Progress towards eliminating canine rabies: policies and perspectives from Latin America and the Caribbean

Marco Antonio Natal Vigilato, Alfonso Clavijo, Terezinha Knobl, Hugo Marcelo Tamayo Silva, Ottorino Cosivi, Maria Cristina Schneider, Luis Fernando Leanes, Albino José Belotto, Marcos Antonio Espinal

Abstract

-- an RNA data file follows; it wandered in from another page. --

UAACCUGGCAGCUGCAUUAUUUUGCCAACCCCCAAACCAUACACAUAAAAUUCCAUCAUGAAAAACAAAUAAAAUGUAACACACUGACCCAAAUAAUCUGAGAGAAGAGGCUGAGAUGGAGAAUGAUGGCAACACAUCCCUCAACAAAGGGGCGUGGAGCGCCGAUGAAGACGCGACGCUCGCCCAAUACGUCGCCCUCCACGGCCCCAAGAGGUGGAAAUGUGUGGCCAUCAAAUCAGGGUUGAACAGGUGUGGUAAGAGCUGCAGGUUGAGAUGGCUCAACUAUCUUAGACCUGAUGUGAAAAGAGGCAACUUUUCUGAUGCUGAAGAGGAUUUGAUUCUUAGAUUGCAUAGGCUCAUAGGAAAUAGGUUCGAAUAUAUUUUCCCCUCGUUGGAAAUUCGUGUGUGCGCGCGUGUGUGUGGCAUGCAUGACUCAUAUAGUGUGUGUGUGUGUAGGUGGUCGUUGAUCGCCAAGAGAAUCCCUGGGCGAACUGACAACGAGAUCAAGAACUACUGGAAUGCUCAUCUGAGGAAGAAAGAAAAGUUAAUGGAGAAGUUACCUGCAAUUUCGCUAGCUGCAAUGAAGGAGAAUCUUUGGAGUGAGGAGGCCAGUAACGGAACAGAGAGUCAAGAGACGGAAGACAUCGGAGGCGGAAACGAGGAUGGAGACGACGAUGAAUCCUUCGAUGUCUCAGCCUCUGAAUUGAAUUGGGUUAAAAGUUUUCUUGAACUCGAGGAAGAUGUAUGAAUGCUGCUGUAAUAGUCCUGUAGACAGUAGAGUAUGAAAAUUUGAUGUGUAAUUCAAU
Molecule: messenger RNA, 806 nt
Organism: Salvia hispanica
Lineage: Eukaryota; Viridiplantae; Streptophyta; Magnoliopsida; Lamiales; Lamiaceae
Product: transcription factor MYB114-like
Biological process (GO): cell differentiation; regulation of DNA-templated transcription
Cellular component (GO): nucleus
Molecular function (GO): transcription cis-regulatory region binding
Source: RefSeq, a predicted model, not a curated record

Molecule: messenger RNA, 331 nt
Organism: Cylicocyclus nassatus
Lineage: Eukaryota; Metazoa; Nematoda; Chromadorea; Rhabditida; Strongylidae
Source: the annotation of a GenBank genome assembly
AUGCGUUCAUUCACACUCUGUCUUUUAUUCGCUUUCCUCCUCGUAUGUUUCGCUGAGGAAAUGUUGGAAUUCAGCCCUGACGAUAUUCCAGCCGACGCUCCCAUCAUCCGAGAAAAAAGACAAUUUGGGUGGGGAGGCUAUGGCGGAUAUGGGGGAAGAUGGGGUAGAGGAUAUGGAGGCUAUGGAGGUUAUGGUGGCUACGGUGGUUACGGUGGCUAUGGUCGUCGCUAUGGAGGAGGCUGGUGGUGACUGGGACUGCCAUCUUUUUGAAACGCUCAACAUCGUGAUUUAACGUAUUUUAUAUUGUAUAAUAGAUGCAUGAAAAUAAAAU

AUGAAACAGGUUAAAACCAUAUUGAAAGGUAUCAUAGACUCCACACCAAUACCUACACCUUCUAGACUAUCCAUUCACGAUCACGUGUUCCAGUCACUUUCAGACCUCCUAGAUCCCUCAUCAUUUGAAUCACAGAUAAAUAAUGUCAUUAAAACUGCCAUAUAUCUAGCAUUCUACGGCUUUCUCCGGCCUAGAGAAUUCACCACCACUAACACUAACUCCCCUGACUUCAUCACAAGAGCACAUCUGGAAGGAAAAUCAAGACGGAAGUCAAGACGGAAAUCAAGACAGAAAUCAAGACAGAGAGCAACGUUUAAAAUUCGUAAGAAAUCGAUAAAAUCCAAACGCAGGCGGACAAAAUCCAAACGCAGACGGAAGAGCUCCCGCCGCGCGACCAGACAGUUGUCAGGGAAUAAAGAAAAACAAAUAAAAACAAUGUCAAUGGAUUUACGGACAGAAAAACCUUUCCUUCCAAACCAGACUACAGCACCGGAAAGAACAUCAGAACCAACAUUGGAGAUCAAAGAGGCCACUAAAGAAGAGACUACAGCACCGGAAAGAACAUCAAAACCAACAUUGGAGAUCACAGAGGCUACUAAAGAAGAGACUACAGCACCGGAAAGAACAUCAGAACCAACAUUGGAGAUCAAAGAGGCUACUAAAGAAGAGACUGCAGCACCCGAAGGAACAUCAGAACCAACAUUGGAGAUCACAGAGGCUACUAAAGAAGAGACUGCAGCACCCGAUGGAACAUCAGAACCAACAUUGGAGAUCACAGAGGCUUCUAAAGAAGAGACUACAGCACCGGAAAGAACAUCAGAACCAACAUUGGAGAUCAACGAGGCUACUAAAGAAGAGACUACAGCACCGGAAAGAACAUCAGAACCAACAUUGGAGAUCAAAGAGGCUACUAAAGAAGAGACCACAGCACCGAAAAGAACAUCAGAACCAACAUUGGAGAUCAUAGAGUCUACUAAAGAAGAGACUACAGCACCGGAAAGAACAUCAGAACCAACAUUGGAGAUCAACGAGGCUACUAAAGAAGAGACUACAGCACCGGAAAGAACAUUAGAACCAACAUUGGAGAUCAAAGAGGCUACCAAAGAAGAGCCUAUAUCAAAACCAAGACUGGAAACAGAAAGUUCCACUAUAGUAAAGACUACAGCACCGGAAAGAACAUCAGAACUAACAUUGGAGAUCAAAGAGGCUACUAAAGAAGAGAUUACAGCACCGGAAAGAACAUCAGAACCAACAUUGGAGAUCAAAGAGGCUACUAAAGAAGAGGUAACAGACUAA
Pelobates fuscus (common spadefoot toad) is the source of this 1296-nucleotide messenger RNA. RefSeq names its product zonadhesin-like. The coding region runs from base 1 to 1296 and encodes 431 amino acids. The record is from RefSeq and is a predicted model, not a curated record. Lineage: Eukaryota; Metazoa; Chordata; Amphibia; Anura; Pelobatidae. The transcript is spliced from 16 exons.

Human rabies transmitted by dogs is considered a neglected disease that can be eliminated in Latin America and the Caribbean (LAC) by 2015. The aim of this paper is to discuss canine rabies policies and projections for LAC regarding current strategies for achieving this target and to critically review the political, economic and geographical factors related to the successful elimination of this deadly disease in the context of the difficulties and challenges of the region. The strong political and technical commitment to control rabies in LAC in the 1980s, started with the regional programme coordinated by the Pan American Health Organization. National and subnational programmes involve a range of strategies including mass canine vaccination with more than 51 million doses of canine vaccine produced annually, pre- and post-exposure prophylaxis, improvements in disease diagnosis and intensive surveillance. Rabies incidence in LAC has dramatically declined over the last few decades, with laboratory confirmed dog rabies cases decreasing from approximately 25 000 in 1980 to less than 300 in 2010. Dog-transmitted human rabies cases also decreased from 350 to less than 10 during the same period. Several countries have been declared free of human cases of dog-transmitted rabies, and from the 35 countries in the Americas, there is now only notification of human rabies transmitted by dogs in seven countries (Bolivia, Peru, Honduras, Haiti, Dominican Republic, Guatemala and some states in north and northeast Brazil). Here, we emphasize the importance of the political commitment in the final progression towards disease elimination. The availability of strategies for rabies control, the experience of most countries in the region and the historical ties of solidarity between countries with the support of the scientific community are evidence to affirm that the elimination of dog-transmitted rabies can be achieved in the short term. The final efforts to confront the remaining obstacles, like achieving and sustaining high vaccination coverage in communities that are most impoverished or in remote locations, are faced by countries that struggle to allocate sufficient financial and human resources for rabies control. Continent-wide cooperation is therefore required in the final efforts to secure the free status of remaining countries in the Americas, which is key to the regional elimination of human rabies transmitted by dogs.

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